Police Minister Nathi Mthethwa issued a scathing statement against civil rights group AfriForum for what he labelled an irresponsible media “stunt” it allegedly pulled last week. TheMediaOnline considers both sides of the story.
The ministry of police issued an angrily worded statement on Thursday, a day after AfriForum delivered letters to the minister to raise awareness about the highly emotive matter of farm attacks. Ministerial spokesman Zweli Mnisi started by referring to an incident two years ago, where, he said, AfriForum “pulled the same stunt”.
The ‘stunt’ he is referring to is one often used by trade unions to attract journalists to attend an event — inviting the media with the claim that a minister would be present, without confirming this with the minister’s office. (Any experienced hack knows better than to take any trade union at its word when an invite to an event claims that a minister, or sometimes even the president of the country, would attend. The more experienced among us would probably question why the invite did not originate from the minister’s office, and would then call the minister’s office to check if he or she would indeed attend the event.)
This is how a clearly upset Mnisi described the matter: “The Ministry of Police has noted a very disturbing trend by AfriForum over the past few years, which has potential to compromise our efforts in the fight against crime.
“Two years ago, AfriForum invited the media to their meeting in Pretoria, under false pretence that the Minister of Police, Nathi Mthethwa was to address their gathering. The Ministry learnt about this miscommunication when the media contacted us to confirm the Minister’s attendance.
“Shockingly, we were unaware as no official invite was sent to this office.”
This was a “desperate attempt” to use Mthethwa as a “draw card”.
Mnisi went on to say that AfriForum last week, ”pulled a similar stunt”, when it delivered letters and a memorandum addressed to the minister about farm murders.
“The office of the Minister received several queries from the media about a meeting with the AfriForum which, apparently, is scheduled for today,” Mnisi said at the time.
“Again, no official meeting was confirmed with AfriForum and we accordingly advised members of the media, of this unfortunate publicity stunt.”
Mnisi quoted from an email Afriforum deputy CEO Ernst Roets sent before the event, stating: “This e-mail serves to inform you that a lady whose brother and father was murdered on a farm during the holidays will be delivering a bundle of letters, addressed to the minister at your office tomorrow.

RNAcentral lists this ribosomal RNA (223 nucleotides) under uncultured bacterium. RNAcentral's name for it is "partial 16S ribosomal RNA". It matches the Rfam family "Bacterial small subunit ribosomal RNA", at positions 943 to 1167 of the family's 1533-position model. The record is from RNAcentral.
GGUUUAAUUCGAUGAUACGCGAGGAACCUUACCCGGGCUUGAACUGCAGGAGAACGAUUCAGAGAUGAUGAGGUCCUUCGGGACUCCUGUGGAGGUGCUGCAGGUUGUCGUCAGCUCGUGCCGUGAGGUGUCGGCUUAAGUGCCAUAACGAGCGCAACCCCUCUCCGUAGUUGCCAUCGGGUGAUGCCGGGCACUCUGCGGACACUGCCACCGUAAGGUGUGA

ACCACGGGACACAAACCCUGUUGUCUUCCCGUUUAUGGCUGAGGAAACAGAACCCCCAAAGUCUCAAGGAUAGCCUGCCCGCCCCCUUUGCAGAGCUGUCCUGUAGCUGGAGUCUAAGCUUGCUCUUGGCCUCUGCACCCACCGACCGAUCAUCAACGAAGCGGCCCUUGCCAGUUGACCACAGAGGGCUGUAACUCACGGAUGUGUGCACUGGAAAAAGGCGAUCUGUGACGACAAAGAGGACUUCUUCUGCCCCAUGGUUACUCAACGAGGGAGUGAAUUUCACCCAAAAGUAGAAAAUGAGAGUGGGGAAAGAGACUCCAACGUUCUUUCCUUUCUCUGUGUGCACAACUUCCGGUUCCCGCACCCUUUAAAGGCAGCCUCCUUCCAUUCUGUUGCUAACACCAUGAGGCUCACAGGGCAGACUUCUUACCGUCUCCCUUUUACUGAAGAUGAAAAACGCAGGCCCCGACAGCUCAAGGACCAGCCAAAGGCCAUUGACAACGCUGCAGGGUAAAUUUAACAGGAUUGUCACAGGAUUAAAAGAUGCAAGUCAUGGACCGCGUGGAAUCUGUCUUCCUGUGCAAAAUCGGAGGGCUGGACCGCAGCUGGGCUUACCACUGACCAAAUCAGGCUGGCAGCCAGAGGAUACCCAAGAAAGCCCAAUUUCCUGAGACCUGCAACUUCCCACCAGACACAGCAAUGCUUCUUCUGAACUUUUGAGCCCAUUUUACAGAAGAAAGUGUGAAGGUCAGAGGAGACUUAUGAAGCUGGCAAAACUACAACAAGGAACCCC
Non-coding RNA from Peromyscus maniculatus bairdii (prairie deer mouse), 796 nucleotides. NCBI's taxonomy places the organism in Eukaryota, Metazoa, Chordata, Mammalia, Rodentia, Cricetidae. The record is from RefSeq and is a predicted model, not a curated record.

“AfriForum will assist her and will also present the memorandum on farm attacks that you refused to accept on the 1 December 2012. We are planning to arrive at your offices at about 12:00. I should mention that members of the media might be present. We are not expecting a meeting with the minister or yourself tomorrow, but it will be appreciated if you or another representative of the minister were to accept the letter, instead of leaving us to drop it of at the reception.”
Asked by TheMediaOnline to comment, AfriForum’s head of community safety, Reg Crewe, responded.
“The purpose of AfriForum’s ‘Stop the Murders’ campaign is not to mock SAPS or the efforts of the police. In contrast, AfriForum recognises and supports the good work and strides made in arresting and prosecuting perpetrators of farm attacks and farm murders. In most of the recent attacks, suspects have been arrested and AfriForum has great praise for the hardworking members of the police.”
He said that all AfriForum wanted was for the minister to spare a few minutes to listen to its case.
“To spare five minutes out of his busy day to receive letters from families of victims would go a long way to restore the faith of the community in his will to address these matters.”
Crewe described it as “sad” that AfriForum needed to revert to “activist measures” to get attention.
“It is a reflection of the sad state of affairs in government that AfriForum has to use activist measures to get the attention of the top brass. The recent marches to Parliament and Church Square to hand over memorandums on farm murders are just two examples of bringing attention to the enormity of the crimes being committed.”
The question TheMediaOnline asks, is an “activist measure” and a “publicity stunt” the same thing?
And does the end justify AfriForum’s means?
TheMediaOnline will let the reader decide. Let us know what you think.